Like most modern developers I value Agile principals like customer collaboration and responding to change, but what happens when a product-owner (or whoever determines requirements and priorities) changes requirements and priorities too often? Like several times a day?

I recently inherited a smallish code base that was buggy, incomplete, and couldn't even handle the simplest scenario it was supposed to. I can deal with the technical issues but I get several emails, texts, or phone calls a day saying "OMG you MUST work on this RIGHT NOW! TOP PRIORITY! This is a MUST!!!oneone" (that's only a slight exaggeration) What makes it even worse is that most of the things are minor details that aren't even relevant to what the software is actually supposed to do and would take days to implement anyway. I've tried explaining that there's only so much time and that we should focus on the most important things first, but something seems to get lost in translation because the same thing happens a day or two later.

Is there some sort of Product-Owner-Handler role, in-depth study, metaphor, or quote that can help me reduce the amount of wasted effort or at least explain the costs of this chaotic behavior?

  • Is your team following some sort of agile methodology? Aug 15, 2012 at 0:26
  • I'd say that we're agile-like, but don't follow a specific agile methodology other than what the tools (PivotalTracker, Jenkins, etc) impose or support. Aug 15, 2012 at 0:49
  • You say agile-like, I'd say agile-but ;) Aug 15, 2012 at 6:55

7 Answers 7


This is what the backlog is for. New requests get put on the backlog, and priorities can only change on iteration boundaries. An average of one week delay (half of a two-week sprint) is plenty agile enough to handle all but the most dire emergencies.

  • 5
    +1 for what is the one and only correct answer. How do you say it - "Once an iteration has started, you cannot change it." What part of 'CANNOT' do you not understand?
    – mattnz
    Aug 14, 2012 at 5:17
  • +1 to the answer and to mattnz's comment ("What part of 'CANNOT' do you not understand?"): I had a similar problem: three week iteration and during the third week a colleague starts to be extremely creative and to change / move things around. Agile means a lot of flexibility but there are some lower boundaries to it: after you have fixed some minimum units of work you should focus on them without being distracted.
    – Giorgio
    Aug 14, 2012 at 5:39
  • I agree that this is what the backlog is for, however, you are allowed to drop items from an iteration, or even swap them for items of equal effort, as long as you have not begun work on the dropped/swapped items yet. Aug 14, 2012 at 13:52
  • I agree that the team should be able to choose to allow mid-sprint changes or not. Too many externally-imposed changes are disruptive, whether you've started on it or not. It's up to individual teams to decide how much is "too many." Sometimes you have to set that number at zero in order for people to get the picture. Aug 14, 2012 at 15:23

Here is how I dealt with a similar problem .. Back in the days when we were agile before Agile.

For any change request, the customer sets the priority. The developer can only, and must, stop work on a task to work on a higher priority task. Equal priority tasks are schedules in order of arrival. (Task Priority cannot be changed once work has started.)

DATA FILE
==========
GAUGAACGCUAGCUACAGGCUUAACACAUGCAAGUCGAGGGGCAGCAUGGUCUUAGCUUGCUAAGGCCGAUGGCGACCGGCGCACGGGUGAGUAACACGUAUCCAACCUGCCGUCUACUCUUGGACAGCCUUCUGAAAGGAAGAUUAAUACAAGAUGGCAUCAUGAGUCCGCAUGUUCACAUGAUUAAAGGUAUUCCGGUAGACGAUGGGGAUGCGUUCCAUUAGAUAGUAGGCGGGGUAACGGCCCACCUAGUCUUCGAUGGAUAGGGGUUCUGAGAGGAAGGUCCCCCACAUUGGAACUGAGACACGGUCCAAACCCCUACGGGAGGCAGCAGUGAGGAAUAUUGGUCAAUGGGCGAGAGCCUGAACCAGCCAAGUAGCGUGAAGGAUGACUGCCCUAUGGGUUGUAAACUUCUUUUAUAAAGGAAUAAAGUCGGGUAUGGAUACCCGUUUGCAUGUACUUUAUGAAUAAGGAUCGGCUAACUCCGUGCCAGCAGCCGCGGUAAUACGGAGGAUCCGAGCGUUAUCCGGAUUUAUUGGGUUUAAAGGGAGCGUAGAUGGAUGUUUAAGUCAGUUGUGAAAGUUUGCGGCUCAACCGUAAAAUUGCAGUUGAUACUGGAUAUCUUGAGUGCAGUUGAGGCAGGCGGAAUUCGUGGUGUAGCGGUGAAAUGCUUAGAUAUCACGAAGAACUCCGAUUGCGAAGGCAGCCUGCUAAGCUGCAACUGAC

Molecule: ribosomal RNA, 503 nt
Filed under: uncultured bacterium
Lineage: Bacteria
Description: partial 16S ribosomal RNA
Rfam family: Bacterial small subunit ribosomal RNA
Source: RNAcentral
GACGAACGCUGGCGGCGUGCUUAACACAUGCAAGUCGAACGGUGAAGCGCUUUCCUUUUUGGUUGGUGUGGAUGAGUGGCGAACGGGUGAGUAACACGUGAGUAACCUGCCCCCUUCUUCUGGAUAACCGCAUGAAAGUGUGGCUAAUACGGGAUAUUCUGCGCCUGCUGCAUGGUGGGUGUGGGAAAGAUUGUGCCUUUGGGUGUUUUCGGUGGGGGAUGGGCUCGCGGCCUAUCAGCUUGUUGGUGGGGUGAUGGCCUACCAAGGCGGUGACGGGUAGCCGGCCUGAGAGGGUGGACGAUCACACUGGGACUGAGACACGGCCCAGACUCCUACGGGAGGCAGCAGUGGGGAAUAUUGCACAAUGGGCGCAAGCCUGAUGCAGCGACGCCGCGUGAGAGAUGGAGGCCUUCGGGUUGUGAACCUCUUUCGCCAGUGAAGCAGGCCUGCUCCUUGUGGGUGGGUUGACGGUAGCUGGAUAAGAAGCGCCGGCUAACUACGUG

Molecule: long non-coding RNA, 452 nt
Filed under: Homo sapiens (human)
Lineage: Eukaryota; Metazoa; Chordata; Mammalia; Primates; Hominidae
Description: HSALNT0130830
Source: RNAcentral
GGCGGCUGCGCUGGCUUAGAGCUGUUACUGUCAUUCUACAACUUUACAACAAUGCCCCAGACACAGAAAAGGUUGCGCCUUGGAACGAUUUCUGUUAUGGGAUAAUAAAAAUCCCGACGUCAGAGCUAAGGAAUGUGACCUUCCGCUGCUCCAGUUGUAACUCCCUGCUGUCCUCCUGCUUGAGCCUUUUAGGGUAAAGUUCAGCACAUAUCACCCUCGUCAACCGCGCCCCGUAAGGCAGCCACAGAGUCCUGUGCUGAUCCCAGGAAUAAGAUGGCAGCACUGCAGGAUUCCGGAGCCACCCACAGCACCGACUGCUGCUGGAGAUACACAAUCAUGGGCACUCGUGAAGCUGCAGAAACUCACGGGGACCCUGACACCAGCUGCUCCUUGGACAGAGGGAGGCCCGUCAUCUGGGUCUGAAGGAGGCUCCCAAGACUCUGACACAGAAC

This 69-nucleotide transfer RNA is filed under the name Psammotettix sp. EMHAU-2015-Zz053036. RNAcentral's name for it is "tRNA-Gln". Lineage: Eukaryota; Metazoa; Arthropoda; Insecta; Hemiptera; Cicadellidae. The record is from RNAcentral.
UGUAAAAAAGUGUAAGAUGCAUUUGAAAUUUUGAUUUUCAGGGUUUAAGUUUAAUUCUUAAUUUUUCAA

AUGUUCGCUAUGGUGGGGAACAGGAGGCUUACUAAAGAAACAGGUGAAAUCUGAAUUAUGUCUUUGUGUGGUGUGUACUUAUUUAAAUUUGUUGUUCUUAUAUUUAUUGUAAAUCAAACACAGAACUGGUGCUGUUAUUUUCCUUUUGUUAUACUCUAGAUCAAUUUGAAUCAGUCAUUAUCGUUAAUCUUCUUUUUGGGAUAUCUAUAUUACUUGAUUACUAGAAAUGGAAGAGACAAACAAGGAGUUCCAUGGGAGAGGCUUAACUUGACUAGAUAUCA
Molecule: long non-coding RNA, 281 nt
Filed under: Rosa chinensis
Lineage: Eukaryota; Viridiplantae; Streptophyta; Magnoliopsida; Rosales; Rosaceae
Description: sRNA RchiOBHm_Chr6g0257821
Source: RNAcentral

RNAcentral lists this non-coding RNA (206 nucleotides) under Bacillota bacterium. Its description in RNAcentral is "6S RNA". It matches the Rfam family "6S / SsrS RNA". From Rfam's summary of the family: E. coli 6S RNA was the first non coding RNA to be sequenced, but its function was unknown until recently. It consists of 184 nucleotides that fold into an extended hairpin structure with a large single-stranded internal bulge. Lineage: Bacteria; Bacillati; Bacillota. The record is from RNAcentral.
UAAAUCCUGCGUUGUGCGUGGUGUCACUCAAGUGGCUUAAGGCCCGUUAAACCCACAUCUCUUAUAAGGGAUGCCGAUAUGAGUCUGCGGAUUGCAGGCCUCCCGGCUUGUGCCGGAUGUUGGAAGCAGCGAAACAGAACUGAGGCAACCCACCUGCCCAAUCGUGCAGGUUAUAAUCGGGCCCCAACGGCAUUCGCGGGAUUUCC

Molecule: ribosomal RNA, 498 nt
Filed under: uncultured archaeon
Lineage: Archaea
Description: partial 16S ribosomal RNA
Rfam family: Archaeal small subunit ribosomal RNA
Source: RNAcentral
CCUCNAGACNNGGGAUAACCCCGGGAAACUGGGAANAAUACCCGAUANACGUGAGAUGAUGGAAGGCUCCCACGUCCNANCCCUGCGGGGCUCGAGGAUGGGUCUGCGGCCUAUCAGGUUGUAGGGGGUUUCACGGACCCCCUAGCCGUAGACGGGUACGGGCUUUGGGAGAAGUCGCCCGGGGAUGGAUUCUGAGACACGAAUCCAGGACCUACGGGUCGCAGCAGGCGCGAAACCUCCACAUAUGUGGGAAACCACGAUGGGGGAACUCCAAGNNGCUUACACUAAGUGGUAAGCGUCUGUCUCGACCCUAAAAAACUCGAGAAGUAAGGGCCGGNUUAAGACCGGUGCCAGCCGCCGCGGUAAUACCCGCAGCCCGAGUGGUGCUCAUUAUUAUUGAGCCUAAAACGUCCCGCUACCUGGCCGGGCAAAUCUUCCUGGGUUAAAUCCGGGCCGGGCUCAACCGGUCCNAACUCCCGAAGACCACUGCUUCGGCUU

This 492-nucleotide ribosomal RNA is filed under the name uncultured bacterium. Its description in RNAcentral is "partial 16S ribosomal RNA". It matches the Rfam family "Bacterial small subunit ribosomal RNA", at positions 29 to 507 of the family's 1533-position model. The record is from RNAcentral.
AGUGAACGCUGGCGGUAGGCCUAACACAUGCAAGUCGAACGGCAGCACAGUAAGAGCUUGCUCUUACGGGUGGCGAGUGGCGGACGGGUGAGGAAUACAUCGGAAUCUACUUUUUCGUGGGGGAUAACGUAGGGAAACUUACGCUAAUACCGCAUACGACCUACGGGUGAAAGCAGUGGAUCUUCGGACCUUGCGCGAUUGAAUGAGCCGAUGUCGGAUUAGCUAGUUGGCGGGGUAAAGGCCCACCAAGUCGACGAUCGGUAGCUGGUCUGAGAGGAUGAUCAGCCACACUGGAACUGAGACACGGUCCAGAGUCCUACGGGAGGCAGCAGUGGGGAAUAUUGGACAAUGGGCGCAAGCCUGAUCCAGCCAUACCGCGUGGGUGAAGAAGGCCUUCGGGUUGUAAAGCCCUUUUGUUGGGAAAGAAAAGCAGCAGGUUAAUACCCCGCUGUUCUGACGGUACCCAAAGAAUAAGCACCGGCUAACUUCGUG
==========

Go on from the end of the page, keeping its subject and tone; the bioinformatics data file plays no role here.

It will hurt when you tell the customer that you cannot work on his task because you are working on unimportant task X that has the same priority as his latest request. You then tell him that at that priority level there are 50 trivial and unimportant tasks ahead of his latest request. Now the real catch - all these tasks are at priority level 1 (the Highest), set by ... HIM ... So he cannot bump you off the task you are doing. Now, when you have finished moving the window frame 3 pixels to the left to make room for the longer word in the Icelandic translation on the rarely used configuration option.....

I also close the door to the SD office, locked it and took the phones off the hook. Emails were ignored until at 10AM, 12PM and 2PM. Despite what people thought and felt, the world still went around the sun, we got our work done and the "Customers" got software delivered to them quicker and better than any time in the past.

It took a few weeks for the priorities to settle to something more realistic, we were able to unlock the door etc.... But the system remained for quite a long time. You may not need to be so extreme (we did), and will need support from Senior management. But it will work....

  • +1 "Task Priority cannot be changed once work has started." Agile only allows a developer to drop items from an iteration that they have not started working on. Aug 14, 2012 at 13:51
  • I like the idea of the customer setting the priority, the hard part is laying down the law and saying 'I've started on task X, no you can not change the priority now' Aug 15, 2012 at 5:23

SOP. Standard Operating Procedure (or at least a loose protocol that is signed off by your management team). Your department needs to develop one, or work with your management team to develop one. The people you need to talk to are above the product-owner/account manager.

Some examples of what your SOP should define.

  • What procedures are to be followed when a client or internal entity requests a change
  • What are the implications and/or impact on the quality control or verification of this product?
  • What is the method to reasonably determine a timeframe for delivery? This iteration? Next version?

Without such procedures in place, everyone is going to run at you like they are being chased by zombies and expect everything NOW NOW NOW. People like that won't respect your polite 'no' or 'please wait's. With a firm policy in place, these code-craving mutants will understand that they are in the wrong when asking for things on such a loose basis.

The end result is unhappy you, and that isn't in your companies best interest.